Everyone’s favourite controversial clothing giant, SHEIN, is once again making headlines.
This time, it’s because there are alleged harmful chemicals in their clothes.
According to Greenpeace Germany, who bought 47 SHEIN products, they allegedly found that 7 of it (15%) contained hazardous chemicals which go against the European Union’s (EU’s) regulatory limits.
Based on the tests they ran, 5 of the 7 products broke the limits by 100% or more and 15 other items contained 32% of harmful chemicals.
For the tests, they purchased 42 items of clothing and shoes for men, women, children and infants from SHEIN websites in Austria, Germany, Italy, Spain and Switzerland. While, for the remaining 5 products, they were bought from a pop-up store in Germany.
The results then came from an independent laboratory for chemical analysis, where they found extreme levels of phthalates in shoes and formaldehyde in infant girl’s clothing.
Based on a report by The Guardian, researchers have linked phthalates to asthma, breast cancer, attention-deficit hyperactivity disorder (ADHD), low IQ, neurodevelopmental issues, behavioral issues, autism spectrum disorders, altered reproductive development, male fertility issues, obesity and type II diabetes.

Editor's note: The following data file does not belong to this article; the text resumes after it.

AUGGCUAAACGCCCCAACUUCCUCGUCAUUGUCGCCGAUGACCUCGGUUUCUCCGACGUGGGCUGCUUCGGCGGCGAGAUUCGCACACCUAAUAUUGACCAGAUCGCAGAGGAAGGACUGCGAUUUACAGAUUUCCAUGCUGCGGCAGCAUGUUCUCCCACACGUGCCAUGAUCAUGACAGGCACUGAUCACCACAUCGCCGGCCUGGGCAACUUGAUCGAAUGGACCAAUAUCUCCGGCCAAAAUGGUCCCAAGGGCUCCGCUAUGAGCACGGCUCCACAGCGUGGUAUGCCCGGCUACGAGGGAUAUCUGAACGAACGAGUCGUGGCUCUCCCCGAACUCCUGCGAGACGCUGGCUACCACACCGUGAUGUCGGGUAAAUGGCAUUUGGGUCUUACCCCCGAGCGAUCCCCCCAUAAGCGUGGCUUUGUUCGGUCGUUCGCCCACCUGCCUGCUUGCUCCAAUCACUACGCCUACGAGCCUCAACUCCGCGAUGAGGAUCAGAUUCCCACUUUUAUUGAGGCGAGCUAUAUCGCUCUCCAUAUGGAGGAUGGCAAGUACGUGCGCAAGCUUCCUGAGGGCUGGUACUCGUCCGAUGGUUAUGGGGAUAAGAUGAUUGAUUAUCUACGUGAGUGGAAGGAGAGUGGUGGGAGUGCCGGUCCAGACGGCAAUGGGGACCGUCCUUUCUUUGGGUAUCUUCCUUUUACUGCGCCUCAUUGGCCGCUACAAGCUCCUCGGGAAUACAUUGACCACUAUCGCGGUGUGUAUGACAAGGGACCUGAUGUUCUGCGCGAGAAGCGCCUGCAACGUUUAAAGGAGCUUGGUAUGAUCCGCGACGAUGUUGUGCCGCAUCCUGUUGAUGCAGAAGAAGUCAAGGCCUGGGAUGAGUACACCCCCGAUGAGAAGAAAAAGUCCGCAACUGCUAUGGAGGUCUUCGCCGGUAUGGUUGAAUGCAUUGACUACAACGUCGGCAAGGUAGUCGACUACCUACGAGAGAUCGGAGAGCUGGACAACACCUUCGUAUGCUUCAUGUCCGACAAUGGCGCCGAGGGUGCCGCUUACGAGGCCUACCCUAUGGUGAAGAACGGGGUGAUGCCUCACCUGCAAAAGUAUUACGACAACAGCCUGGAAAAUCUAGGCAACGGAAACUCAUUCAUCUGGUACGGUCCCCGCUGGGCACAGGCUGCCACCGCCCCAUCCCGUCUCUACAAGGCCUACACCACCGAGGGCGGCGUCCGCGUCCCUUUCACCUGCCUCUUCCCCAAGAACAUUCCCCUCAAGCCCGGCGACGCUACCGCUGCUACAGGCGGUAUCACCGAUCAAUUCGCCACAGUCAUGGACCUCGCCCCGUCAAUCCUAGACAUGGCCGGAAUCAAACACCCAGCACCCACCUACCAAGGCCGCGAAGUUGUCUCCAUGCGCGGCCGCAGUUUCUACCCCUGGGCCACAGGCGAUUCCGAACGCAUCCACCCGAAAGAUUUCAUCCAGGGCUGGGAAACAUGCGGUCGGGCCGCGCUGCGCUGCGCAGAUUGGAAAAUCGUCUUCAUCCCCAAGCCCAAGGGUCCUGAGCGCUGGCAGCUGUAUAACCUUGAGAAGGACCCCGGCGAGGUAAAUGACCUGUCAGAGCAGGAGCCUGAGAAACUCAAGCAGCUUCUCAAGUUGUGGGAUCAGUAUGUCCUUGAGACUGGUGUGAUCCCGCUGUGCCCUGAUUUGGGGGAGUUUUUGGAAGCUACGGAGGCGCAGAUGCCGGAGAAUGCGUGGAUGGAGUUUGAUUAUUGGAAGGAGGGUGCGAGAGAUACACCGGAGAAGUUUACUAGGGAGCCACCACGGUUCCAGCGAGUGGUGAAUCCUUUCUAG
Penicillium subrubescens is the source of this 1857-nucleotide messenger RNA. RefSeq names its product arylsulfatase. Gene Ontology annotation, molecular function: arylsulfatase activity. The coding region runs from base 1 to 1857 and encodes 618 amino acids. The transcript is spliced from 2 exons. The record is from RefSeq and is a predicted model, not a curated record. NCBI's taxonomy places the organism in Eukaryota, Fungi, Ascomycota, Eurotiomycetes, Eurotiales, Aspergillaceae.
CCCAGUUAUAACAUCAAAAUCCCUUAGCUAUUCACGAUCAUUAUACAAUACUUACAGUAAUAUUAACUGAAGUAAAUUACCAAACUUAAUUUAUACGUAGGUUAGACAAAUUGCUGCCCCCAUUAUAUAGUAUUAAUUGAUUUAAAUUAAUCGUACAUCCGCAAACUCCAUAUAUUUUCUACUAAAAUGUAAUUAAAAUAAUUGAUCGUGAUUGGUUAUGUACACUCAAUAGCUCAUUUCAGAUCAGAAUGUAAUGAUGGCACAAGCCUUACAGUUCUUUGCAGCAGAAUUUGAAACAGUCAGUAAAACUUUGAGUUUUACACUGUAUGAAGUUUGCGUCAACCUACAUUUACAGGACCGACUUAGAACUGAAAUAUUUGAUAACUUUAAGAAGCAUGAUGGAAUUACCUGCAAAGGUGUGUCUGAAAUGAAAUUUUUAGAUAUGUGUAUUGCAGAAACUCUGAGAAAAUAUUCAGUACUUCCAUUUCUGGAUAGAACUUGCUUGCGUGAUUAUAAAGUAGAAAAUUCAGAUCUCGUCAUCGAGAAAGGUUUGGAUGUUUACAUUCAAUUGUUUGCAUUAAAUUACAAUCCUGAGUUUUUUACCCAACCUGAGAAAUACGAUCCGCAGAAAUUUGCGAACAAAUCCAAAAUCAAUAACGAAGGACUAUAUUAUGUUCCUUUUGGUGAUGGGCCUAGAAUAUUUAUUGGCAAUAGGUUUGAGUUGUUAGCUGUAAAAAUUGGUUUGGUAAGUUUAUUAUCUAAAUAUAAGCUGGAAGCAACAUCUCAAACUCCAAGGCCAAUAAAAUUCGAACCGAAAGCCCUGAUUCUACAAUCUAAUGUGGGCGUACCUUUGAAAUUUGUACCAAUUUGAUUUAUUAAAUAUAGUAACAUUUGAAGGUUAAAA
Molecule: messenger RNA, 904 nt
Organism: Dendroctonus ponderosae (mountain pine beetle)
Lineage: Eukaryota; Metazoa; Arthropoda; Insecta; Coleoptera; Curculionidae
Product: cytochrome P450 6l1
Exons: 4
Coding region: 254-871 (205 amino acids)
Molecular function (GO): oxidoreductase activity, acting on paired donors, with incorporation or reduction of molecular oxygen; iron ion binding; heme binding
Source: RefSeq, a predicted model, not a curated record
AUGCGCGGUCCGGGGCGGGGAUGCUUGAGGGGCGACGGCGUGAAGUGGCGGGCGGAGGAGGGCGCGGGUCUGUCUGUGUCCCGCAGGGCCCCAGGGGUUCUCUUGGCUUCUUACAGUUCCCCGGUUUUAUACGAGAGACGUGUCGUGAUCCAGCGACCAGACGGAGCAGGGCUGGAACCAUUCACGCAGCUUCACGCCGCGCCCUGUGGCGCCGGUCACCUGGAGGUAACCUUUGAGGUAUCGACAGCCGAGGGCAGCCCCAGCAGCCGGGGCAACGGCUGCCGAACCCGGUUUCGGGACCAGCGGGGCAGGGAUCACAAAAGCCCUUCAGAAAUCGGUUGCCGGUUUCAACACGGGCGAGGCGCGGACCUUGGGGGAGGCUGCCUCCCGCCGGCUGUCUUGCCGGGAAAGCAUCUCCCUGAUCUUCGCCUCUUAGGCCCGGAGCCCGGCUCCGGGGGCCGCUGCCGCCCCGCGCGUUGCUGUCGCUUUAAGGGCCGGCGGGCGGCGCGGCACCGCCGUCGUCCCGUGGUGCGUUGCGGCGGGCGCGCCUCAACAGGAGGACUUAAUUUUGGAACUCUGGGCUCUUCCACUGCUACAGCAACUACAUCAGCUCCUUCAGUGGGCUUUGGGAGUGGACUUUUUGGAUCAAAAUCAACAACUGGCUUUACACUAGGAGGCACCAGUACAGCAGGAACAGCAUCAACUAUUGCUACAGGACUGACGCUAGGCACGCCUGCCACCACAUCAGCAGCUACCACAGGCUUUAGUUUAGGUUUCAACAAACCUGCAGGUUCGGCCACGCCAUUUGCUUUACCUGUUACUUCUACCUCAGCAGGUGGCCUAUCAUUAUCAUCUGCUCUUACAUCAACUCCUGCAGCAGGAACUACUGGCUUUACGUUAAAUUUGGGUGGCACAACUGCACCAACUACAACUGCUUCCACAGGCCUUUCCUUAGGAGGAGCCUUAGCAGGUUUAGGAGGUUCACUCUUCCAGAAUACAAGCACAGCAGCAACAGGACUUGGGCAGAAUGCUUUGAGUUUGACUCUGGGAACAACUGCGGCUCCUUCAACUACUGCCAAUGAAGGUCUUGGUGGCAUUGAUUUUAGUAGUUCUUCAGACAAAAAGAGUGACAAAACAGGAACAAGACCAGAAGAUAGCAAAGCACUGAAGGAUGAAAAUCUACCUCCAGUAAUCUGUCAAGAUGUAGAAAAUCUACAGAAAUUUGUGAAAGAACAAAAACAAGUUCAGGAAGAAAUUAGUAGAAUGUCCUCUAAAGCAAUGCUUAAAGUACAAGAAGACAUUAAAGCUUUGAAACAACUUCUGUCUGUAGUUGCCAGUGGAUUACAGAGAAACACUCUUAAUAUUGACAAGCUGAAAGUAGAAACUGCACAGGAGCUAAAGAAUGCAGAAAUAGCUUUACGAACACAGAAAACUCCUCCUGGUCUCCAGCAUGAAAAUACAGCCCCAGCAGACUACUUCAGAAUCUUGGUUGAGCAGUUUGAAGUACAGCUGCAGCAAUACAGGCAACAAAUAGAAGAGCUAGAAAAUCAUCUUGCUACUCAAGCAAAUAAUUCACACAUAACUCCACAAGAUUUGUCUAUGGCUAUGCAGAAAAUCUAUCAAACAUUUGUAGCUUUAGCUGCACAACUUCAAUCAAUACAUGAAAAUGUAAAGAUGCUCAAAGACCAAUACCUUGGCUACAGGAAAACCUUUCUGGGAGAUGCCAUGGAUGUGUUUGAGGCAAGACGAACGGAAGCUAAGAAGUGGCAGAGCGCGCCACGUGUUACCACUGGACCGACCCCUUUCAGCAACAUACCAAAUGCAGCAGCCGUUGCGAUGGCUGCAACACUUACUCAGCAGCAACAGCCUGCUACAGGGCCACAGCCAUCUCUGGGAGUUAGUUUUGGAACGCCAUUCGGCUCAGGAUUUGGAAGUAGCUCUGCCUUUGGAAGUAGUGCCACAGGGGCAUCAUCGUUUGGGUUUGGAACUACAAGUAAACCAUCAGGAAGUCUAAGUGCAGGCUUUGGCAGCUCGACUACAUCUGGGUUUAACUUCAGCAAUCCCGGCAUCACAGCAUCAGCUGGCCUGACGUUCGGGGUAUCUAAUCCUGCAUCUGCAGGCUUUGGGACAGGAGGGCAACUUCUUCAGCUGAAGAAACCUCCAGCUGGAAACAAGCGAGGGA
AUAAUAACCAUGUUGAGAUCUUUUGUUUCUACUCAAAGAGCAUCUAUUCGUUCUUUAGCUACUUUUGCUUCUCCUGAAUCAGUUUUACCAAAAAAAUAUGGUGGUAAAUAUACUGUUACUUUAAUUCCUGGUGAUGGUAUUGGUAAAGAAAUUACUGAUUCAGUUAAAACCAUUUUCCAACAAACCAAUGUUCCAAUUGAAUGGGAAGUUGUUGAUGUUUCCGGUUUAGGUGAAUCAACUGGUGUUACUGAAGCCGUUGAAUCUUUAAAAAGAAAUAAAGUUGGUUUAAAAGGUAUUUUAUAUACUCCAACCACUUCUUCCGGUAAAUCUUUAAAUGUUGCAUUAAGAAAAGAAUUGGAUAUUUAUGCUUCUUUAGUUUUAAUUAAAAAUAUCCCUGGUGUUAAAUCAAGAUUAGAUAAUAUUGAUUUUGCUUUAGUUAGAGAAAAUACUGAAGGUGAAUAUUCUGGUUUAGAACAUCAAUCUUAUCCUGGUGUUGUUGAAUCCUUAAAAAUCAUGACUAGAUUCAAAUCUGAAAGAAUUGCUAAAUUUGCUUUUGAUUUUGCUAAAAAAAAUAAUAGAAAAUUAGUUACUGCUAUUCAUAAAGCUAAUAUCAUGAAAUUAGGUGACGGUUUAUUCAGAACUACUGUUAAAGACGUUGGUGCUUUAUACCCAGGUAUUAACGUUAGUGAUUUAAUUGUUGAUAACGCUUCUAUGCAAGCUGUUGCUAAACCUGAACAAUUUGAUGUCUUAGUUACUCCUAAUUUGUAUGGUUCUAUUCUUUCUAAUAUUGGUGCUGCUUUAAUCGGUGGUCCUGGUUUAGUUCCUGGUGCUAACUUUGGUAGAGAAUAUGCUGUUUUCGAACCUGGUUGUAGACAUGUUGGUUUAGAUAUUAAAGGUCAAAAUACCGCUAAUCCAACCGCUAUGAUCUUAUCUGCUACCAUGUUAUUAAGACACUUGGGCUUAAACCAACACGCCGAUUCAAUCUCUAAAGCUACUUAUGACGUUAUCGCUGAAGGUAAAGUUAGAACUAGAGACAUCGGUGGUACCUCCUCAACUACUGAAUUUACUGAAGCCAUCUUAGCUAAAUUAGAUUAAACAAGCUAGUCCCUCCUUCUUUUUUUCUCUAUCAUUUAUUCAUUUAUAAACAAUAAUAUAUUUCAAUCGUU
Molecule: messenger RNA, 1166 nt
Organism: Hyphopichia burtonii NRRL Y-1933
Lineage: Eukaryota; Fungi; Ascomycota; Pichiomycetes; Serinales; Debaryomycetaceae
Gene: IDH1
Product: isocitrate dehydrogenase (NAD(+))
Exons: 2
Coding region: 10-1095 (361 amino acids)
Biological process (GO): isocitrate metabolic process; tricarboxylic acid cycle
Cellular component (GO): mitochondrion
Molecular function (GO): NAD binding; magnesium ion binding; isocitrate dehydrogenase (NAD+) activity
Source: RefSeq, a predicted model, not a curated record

Whereas, Britannica has classified formaldehyde as a human carcinogen (cancer-causing substance).
Greenpeace Germany has since described SHEIN as “a business model based on hazardous chemicals and environmental destruction”, adding that these results prove “SHEIN’s careless attitude towards environmental and human health risks associated with the use of hazardous chemicals, in pursuit of profit.”
And the ones having carrying the weight of this are the workers.
“Greenpeace Germany’s findings show that the use of hazardous chemicals underpins SHEIN’s ultra fast fashion business model, which is the opposite of being future-proof. SHEIN products containing hazardous chemicals are flooding European markets and breaking regulations – which are not being enforced by the authorities.”
“But it’s the workers in SHEIN’s suppliers, the people in surrounding communities and the environment in China that bear the brunt of SHEIN’s hazardous chemical addiction,” shared Viola Wohlgemuth, Toxics and Circular economy Campaigner with Greenpeace Germany.
It’s truly saddening to think that these affordable products could potentially be causing harm to both the environment and to people.